Ultralight kayak trailers are the most popular option for most kayakers.

Hybrid kayak trailers

Hybrid kayak trailers carry boats and gear. The simplest type of hybrid trailer might be a traditional kayak trailer with a mesh basket welded underneath the boat racks. This configuration makes it possible to stash wet gear and bags under the boats.

More sophisticated hybrid trailers use roof rack crossbars to create a platform that can be customized to transport kayaks, canoes, luggage boxes and bicycles. Some hybrid trailers offer the option to fit a fold-out tent or camper to the top of the trailer.

Most hybrid trailers are of the ultralight design. The versatility of this type of trailer makes it a top choice for paddling enthusiasts.

How do you transport a kayak on a trailer?

If you’ve never towed a trailer behind your vehicle, the whole process might seem a little intimidating. Once you have the hang of things, it’s a snap.

Vehicle requirements

Before you select your trailer, you should make sure your vehicle is set up for towing. For many vehicles, this means adding a receiver hitch and a trailer wiring harness.

Receiver hitches bolt to the vehicle frame and take a hitch ball insert. Different vehicles are rated for different sizes of receivers. Smaller vehicles can be fitted with a 1.25-inch receiver. Trucks and SUVs typically take a 2-inch receiver. Bigger means stronger, but either receiver size is appropriate to tow a lightweight kayak trailer.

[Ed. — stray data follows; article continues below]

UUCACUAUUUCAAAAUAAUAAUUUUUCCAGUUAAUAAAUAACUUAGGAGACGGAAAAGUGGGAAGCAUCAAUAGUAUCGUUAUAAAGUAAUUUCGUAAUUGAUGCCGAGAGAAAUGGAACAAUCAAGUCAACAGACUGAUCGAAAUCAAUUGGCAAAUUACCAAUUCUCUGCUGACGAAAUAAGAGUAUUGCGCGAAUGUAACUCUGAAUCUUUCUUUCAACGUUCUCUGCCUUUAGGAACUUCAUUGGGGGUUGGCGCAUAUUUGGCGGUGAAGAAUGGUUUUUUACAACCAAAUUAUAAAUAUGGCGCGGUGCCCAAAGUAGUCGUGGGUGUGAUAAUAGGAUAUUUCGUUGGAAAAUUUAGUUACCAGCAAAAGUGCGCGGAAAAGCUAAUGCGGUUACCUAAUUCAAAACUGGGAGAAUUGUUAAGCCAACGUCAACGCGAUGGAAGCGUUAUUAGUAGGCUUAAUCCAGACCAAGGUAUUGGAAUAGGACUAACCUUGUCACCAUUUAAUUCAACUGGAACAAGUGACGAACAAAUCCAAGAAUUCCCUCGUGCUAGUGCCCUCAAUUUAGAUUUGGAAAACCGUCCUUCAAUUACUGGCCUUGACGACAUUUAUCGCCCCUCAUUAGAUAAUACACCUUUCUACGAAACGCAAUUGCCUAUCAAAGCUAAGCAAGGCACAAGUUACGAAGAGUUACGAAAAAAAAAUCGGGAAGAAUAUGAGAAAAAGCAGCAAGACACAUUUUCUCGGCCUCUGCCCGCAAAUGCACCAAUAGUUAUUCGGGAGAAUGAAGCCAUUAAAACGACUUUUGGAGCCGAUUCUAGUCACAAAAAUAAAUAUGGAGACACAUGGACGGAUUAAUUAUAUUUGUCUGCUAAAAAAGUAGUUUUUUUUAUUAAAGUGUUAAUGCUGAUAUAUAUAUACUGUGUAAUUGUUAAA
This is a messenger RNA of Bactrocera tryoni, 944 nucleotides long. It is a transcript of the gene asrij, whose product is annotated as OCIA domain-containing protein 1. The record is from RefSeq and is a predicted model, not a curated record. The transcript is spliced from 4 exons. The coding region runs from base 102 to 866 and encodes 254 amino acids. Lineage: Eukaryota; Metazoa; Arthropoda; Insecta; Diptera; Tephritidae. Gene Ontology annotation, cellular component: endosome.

Kayak trailers use a four-pin trailer wiring harness. This harness connects your vehicle’s electrical system to the trailer and synchronizes the trailer lights with your vehicle lights.
Depending on your vehicle and your skills, installing a receiver hitch and wiring harness could be a DIY project. If not, you’ll have no problem finding a local business that can complete the install for you.

Once you have the appropriate receiver and wiring harness mounted to your vehicle, you’ll want to purchase a ball that is matched to your trailer. Most conventional trailers use a 2-inch ball. Many ultralight trailers use a smaller, 1-⅞ size. Make sure to purchase the right size ball for your trailer.

Hooking up

Hooking up a trailer is simple. Here are the basic steps:

1. Attach the tongue coupler to the ball

The tongue coupler is at the front of the tongue. This coupler fits over the ball on your trailer hitch. There is a lever on top of the coupler that locks and releases the coupler clamp.

To attach the coupler to the hitch, first squeeze the release on the coupler latch lever and lift the lever. Next, drop the coupler over the top of the ball. Finally, press the coupler latch lever downward to clamp the coupler to the hitch ball. There is a hole through the coupler latch lever that should be fitted with a pin or lock to prevent the latch from accidentally opening.

2. Attach the safety chains

Your trailer will have one or more safety chains. These are a backup in the event your hitch coupler should disconnect from your hitch. Attach the chains to the chain loops on your hitch receiver. If you have two chains they should be crossed under the tongue. This way the chains will catch the tongue and prevent it from dragging on the ground if the coupler disconnects. If the chains drag on the ground, twist them once or twice to shorten them.